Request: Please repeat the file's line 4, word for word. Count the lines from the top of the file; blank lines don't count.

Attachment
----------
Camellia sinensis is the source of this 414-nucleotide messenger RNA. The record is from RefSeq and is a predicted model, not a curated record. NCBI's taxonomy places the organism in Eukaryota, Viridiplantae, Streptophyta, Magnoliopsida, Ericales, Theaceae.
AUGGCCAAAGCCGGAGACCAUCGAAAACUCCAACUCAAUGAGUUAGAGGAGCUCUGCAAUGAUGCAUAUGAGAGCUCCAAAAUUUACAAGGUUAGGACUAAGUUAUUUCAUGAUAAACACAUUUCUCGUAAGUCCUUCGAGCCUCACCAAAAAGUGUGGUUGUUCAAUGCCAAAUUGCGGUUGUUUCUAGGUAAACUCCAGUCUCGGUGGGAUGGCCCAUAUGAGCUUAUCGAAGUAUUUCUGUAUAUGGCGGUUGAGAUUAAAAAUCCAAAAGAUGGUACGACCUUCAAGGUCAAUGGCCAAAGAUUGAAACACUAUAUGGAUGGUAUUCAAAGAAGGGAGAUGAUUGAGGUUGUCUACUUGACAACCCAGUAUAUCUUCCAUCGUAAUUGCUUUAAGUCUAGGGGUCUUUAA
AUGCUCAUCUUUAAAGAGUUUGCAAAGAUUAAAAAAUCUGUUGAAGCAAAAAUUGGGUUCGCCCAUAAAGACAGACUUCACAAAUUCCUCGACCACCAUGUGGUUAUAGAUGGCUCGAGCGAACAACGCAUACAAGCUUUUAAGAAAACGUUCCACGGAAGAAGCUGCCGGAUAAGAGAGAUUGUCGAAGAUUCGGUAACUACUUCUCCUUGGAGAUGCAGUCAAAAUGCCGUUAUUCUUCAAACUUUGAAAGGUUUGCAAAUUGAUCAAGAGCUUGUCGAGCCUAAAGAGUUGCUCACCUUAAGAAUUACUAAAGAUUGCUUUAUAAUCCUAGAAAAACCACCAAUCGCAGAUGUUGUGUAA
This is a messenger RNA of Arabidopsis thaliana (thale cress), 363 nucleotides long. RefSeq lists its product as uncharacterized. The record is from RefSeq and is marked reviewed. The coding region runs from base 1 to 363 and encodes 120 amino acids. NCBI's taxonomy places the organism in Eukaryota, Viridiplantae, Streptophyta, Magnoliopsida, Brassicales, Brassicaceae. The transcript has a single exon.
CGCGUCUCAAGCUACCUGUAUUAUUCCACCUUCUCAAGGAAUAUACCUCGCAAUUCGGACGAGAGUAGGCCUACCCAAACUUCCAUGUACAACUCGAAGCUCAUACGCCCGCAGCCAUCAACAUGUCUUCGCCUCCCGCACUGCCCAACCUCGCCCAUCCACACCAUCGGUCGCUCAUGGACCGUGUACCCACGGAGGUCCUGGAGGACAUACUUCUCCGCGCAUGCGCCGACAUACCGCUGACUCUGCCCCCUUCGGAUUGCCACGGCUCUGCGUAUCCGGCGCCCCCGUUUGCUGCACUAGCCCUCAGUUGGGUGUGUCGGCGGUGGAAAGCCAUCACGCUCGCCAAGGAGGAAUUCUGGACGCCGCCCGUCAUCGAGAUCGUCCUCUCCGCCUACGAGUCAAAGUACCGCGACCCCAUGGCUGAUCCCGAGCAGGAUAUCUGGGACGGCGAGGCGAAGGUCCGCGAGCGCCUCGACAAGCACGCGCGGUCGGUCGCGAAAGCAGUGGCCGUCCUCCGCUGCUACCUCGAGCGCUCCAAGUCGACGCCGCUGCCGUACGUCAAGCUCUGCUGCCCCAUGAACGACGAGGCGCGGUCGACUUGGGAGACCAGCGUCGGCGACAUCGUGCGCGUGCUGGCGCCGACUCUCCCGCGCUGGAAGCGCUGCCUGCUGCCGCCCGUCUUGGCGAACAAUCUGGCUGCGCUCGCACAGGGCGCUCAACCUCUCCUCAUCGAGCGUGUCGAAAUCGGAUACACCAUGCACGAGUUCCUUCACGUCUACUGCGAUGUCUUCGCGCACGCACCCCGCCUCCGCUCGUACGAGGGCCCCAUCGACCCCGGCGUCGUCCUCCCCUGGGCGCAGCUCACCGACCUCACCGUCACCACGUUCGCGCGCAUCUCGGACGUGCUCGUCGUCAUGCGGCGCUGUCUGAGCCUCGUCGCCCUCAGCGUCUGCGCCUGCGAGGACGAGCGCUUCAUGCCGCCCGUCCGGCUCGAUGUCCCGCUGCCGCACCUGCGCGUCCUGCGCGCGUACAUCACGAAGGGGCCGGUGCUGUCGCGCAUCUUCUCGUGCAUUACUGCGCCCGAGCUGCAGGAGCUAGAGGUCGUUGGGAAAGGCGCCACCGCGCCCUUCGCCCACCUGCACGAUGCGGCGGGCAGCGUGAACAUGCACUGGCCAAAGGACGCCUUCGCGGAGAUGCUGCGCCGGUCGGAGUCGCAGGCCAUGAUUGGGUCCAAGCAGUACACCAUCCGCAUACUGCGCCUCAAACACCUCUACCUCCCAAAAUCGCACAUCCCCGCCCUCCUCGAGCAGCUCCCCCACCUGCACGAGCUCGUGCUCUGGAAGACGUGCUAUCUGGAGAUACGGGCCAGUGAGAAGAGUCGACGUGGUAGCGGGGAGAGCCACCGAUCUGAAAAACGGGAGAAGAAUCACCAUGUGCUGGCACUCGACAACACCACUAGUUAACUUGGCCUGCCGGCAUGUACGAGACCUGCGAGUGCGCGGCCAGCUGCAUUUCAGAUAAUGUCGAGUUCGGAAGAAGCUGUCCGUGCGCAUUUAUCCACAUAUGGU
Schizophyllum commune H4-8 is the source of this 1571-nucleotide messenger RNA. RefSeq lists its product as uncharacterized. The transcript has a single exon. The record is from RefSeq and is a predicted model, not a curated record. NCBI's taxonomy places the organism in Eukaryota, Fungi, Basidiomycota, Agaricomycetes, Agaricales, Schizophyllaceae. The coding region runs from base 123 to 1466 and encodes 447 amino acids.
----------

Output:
This is a messenger RNA of Arabidopsis thaliana (thale cress), 363 nucleotides long. RefSeq lists its product as uncharacterized. The record is from RefSeq and is marked reviewed. The coding region runs from base 1 to 363 and encodes 120 amino acids. NCBI's taxonomy places the organism in Eukaryota, Viridiplantae, Streptophyta, Magnoliopsida, Brassicales, Brassicaceae. The transcript has a single exon.